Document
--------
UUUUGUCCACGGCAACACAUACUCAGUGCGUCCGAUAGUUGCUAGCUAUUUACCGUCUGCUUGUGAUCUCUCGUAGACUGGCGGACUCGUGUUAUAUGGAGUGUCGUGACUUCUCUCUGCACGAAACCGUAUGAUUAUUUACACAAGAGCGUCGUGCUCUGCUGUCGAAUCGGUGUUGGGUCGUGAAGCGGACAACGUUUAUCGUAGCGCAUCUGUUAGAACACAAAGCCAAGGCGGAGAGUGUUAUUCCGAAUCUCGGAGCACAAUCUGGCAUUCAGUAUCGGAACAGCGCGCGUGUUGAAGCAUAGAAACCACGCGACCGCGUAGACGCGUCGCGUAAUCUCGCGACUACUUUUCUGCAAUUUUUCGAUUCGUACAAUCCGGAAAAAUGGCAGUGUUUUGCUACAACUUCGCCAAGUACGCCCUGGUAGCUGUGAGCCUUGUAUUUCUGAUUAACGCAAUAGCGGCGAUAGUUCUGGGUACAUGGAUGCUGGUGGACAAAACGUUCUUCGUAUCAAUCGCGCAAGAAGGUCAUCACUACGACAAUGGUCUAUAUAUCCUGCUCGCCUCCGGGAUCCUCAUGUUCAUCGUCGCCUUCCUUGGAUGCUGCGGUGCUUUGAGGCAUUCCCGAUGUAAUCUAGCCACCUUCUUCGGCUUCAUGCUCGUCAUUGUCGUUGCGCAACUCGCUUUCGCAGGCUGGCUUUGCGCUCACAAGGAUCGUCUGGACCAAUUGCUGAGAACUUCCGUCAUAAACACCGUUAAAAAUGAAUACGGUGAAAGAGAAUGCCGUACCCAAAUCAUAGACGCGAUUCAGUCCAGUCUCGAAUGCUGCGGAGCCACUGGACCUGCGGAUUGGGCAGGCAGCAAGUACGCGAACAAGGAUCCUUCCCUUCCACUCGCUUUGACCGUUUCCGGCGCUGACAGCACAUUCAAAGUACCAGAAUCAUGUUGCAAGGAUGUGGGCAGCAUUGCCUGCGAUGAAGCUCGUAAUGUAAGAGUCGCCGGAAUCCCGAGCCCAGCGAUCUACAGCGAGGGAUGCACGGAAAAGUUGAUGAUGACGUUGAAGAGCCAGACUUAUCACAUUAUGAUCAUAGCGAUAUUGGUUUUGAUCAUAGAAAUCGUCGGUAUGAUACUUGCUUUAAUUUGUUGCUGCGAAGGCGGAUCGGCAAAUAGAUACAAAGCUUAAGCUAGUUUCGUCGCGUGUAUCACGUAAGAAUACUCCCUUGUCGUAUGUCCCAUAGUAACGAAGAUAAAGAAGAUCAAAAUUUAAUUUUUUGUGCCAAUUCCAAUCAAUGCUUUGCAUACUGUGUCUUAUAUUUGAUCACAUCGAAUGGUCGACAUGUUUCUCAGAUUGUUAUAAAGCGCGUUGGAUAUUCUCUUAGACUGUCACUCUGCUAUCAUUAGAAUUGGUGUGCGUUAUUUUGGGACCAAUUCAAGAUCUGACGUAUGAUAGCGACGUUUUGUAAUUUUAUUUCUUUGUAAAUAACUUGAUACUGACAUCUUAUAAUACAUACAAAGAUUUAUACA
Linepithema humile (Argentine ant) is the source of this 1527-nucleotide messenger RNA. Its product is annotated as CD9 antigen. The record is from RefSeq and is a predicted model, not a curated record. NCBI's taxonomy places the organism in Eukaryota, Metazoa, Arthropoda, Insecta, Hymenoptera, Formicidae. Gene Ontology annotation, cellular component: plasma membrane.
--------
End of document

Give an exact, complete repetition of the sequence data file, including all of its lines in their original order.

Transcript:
UUUUGUCCACGGCAACACAUACUCAGUGCGUCCGAUAGUUGCUAGCUAUUUACCGUCUGCUUGUGAUCUCUCGUAGACUGGCGGACUCGUGUUAUAUGGAGUGUCGUGACUUCUCUCUGCACGAAACCGUAUGAUUAUUUACACAAGAGCGUCGUGCUCUGCUGUCGAAUCGGUGUUGGGUCGUGAAGCGGACAACGUUUAUCGUAGCGCAUCUGUUAGAACACAAAGCCAAGGCGGAGAGUGUUAUUCCGAAUCUCGGAGCACAAUCUGGCAUUCAGUAUCGGAACAGCGCGCGUGUUGAAGCAUAGAAACCACGCGACCGCGUAGACGCGUCGCGUAAUCUCGCGACUACUUUUCUGCAAUUUUUCGAUUCGUACAAUCCGGAAAAAUGGCAGUGUUUUGCUACAACUUCGCCAAGUACGCCCUGGUAGCUGUGAGCCUUGUAUUUCUGAUUAACGCAAUAGCGGCGAUAGUUCUGGGUACAUGGAUGCUGGUGGACAAAACGUUCUUCGUAUCAAUCGCGCAAGAAGGUCAUCACUACGACAAUGGUCUAUAUAUCCUGCUCGCCUCCGGGAUCCUCAUGUUCAUCGUCGCCUUCCUUGGAUGCUGCGGUGCUUUGAGGCAUUCCCGAUGUAAUCUAGCCACCUUCUUCGGCUUCAUGCUCGUCAUUGUCGUUGCGCAACUCGCUUUCGCAGGCUGGCUUUGCGCUCACAAGGAUCGUCUGGACCAAUUGCUGAGAACUUCCGUCAUAAACACCGUUAAAAAUGAAUACGGUGAAAGAGAAUGCCGUACCCAAAUCAUAGACGCGAUUCAGUCCAGUCUCGAAUGCUGCGGAGCCACUGGACCUGCGGAUUGGGCAGGCAGCAAGUACGCGAACAAGGAUCCUUCCCUUCCACUCGCUUUGACCGUUUCCGGCGCUGACAGCACAUUCAAAGUACCAGAAUCAUGUUGCAAGGAUGUGGGCAGCAUUGCCUGCGAUGAAGCUCGUAAUGUAAGAGUCGCCGGAAUCCCGAGCCCAGCGAUCUACAGCGAGGGAUGCACGGAAAAGUUGAUGAUGACGUUGAAGAGCCAGACUUAUCACAUUAUGAUCAUAGCGAUAUUGGUUUUGAUCAUAGAAAUCGUCGGUAUGAUACUUGCUUUAAUUUGUUGCUGCGAAGGCGGAUCGGCAAAUAGAUACAAAGCUUAAGCUAGUUUCGUCGCGUGUAUCACGUAAGAAUACUCCCUUGUCGUAUGUCCCAUAGUAACGAAGAUAAAGAAGAUCAAAAUUUAAUUUUUUGUGCCAAUUCCAAUCAAUGCUUUGCAUACUGUGUCUUAUAUUUGAUCACAUCGAAUGGUCGACAUGUUUCUCAGAUUGUUAUAAAGCGCGUUGGAUAUUCUCUUAGACUGUCACUCUGCUAUCAUUAGAAUUGGUGUGCGUUAUUUUGGGACCAAUUCAAGAUCUGACGUAUGAUAGCGACGUUUUGUAAUUUUAUUUCUUUGUAAAUAACUUGAUACUGACAUCUUAUAAUACAUACAAAGAUUUAUACA
Linepithema humile (Argentine ant) is the source of this 1527-nucleotide messenger RNA. Its product is annotated as CD9 antigen. The record is from RefSeq and is a predicted model, not a curated record. NCBI's taxonomy places the organism in Eukaryota, Metazoa, Arthropoda, Insecta, Hymenoptera, Formicidae. Gene Ontology annotation, cellular component: plasma membrane.